Among other things, we have a cultural and religious issue here. When I studied aikido as a young man, every time we stepped into the dojo, we bowed twice, from the floor. The first time was to a picture of the O-sensei, who put the art together; the picture was on an altar at the front of the dojo. The second time, it was to the mat.
I could understand bowing to the O-sensei; he was as much philosopher and saint as he was warrior, but the mat?
One of the senior students explained it succinctly: "We bow to the mat that keeps us from breaking our backs," is what she said.
But it was more complex that even that. It epitomized a mind-view that has some uniquely buddhist elements that you can see in the study of aikido and many other of the Japanese martial arts. It suggests that there is a web of obligations that you owe those about you and the art itself that you can only repay by a constant return of right actions. When training, you are respectful of your partner. Your partner is not your enemy, he or she is your helper in the learning process, and you want to help preserve them so they will be there to practice with you tomorrow.
In this regard, to think about self reliance in life is a childlike illusion. You do not know how to do proper leading of incoming force. You do not understand one-pointedness or Ki. You depend not only on your sensei to show you and guide you, but on your fellow students to throw you so you can practice falling.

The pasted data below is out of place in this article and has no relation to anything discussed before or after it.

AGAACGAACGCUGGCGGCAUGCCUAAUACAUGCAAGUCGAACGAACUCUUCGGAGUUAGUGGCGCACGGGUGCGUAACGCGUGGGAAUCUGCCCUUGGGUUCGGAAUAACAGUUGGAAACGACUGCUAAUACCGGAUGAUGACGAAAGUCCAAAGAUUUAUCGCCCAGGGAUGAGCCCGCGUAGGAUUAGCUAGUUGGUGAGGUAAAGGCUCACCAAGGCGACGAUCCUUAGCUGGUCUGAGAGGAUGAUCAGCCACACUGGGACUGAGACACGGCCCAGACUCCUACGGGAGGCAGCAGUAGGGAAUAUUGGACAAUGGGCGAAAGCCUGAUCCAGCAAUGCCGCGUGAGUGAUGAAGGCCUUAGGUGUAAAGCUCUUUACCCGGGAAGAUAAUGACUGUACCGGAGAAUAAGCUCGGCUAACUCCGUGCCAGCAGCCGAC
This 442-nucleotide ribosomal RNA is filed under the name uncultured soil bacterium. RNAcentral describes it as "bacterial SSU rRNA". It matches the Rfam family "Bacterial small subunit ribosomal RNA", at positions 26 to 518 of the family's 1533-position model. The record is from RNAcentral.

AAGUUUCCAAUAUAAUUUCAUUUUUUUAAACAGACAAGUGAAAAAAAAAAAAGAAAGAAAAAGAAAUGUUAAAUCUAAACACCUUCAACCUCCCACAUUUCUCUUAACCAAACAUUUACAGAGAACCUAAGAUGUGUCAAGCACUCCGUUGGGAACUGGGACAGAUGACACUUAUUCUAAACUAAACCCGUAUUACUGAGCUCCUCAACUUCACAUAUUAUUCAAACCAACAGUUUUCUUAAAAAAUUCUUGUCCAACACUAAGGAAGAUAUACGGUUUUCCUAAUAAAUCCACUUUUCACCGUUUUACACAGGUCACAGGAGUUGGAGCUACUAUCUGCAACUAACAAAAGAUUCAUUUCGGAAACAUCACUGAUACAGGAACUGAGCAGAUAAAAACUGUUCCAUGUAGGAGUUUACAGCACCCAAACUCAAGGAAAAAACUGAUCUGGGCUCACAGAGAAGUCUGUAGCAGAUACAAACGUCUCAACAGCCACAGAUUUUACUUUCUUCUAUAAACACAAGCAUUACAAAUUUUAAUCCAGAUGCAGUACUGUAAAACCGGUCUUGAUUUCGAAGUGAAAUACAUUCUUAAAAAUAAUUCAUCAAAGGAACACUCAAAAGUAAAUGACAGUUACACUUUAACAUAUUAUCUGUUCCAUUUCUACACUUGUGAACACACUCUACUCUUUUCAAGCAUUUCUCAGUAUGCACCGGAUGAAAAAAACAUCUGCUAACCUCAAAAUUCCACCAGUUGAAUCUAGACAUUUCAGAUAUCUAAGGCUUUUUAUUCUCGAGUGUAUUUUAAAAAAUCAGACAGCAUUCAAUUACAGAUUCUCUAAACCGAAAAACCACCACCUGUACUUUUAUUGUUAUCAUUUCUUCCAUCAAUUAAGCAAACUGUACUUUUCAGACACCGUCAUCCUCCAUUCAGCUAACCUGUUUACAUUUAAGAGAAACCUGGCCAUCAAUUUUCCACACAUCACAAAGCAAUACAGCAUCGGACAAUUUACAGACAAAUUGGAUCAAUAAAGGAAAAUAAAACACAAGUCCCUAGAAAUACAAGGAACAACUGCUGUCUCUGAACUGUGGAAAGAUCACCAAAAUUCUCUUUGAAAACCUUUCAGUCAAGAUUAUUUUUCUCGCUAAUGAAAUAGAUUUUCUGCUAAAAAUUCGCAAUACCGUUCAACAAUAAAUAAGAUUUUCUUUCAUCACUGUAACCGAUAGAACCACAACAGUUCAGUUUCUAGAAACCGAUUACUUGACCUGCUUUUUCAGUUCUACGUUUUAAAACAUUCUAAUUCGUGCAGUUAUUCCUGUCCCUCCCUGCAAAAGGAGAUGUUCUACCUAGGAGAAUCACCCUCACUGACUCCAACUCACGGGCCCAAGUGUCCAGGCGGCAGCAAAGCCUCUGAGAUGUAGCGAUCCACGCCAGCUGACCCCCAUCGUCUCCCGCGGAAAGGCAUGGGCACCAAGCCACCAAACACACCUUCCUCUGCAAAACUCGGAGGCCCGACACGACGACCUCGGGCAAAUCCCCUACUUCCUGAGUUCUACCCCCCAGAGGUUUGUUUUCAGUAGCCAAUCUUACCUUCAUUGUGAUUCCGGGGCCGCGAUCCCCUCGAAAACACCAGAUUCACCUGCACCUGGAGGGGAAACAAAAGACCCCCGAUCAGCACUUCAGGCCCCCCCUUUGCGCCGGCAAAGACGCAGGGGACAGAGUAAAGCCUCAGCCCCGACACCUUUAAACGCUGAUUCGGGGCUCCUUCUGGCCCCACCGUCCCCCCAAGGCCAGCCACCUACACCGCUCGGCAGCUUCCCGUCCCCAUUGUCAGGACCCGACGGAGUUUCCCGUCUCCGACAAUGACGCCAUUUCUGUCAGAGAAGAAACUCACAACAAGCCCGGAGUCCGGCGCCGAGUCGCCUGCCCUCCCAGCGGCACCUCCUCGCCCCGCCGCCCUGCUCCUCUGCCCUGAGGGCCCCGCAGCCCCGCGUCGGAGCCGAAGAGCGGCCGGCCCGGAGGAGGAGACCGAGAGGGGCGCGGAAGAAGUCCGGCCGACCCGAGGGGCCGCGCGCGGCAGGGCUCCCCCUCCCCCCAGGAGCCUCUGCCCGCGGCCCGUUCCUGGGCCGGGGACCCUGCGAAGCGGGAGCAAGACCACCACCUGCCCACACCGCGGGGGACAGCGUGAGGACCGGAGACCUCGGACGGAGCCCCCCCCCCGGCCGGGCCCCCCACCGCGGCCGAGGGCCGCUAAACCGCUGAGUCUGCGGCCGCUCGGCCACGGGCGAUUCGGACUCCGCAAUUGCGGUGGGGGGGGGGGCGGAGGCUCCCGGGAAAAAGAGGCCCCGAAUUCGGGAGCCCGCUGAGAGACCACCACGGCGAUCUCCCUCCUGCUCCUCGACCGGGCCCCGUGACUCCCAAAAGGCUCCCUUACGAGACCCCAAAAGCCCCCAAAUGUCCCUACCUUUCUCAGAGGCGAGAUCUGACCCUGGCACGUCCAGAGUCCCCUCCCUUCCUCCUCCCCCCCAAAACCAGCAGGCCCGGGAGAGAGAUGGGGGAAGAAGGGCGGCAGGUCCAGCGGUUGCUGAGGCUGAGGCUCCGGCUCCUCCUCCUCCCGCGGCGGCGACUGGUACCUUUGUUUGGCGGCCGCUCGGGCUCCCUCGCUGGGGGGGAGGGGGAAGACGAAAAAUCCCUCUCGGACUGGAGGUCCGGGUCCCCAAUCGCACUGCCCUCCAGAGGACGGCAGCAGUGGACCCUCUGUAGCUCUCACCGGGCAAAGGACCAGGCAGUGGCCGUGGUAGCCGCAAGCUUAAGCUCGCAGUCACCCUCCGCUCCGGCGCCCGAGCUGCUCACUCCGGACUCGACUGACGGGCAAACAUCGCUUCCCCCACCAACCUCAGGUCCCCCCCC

Gradually it dawns on you that this particular martial art is not the only this like this.
Is there something wrong with being self-reliant?
That would have to depend on how you view self-reliance, and what relationship you believe that puts you in with others, wouldn't it? Some kinds of self-reliance are enormously destructive to others and can and often do provoke retaliation. Predatory Capitalism can fall into this category.
I offer, as examples, two similar situations a hundred years apart without going into a lot of detail. The predation began with profit motive in mind and became political in both cases. In the first case, the British wanted a market for opium and forced a market open in China, starting the opium wars to help out the East India Company. Today, the various drug cartels are vying for market share in the US. These cartels are models of Predatory Capitalism, which have formed to fill the need of an artificially created market. They are examples of self-reliance run amok.
They are examples of what happens when one player in a system forgets that he or she is only a member of a self-regulating system. The system tends to self-correct when everything is functioning well. That's when everything is going well.
Somebody else will have to write the chapter on chaos theory.
In the meantime, now that you folks have yours, what about the people that used to have theirs in the middle class, and now, acting as self-reliantly as they could and through no particular fault of their own, don't. What would the self-reliant thing be for them to do to you?
Or do you have different models for how you are supposed to act self-reliantly in relation to others and for how others are supposed to act self-reliantly in relation to you? If the wealthy can get welfare from the poor at least as far back as the railroads getting enormous land-grants on either sides of their free rights of way across the West and currently in terms of tax cuts and other goodies, why shouldn't the poor get them from the pockets of the rich as well? Why is one Okay and the other not?
Self-reliance, my Grandfather's popsicle franchise.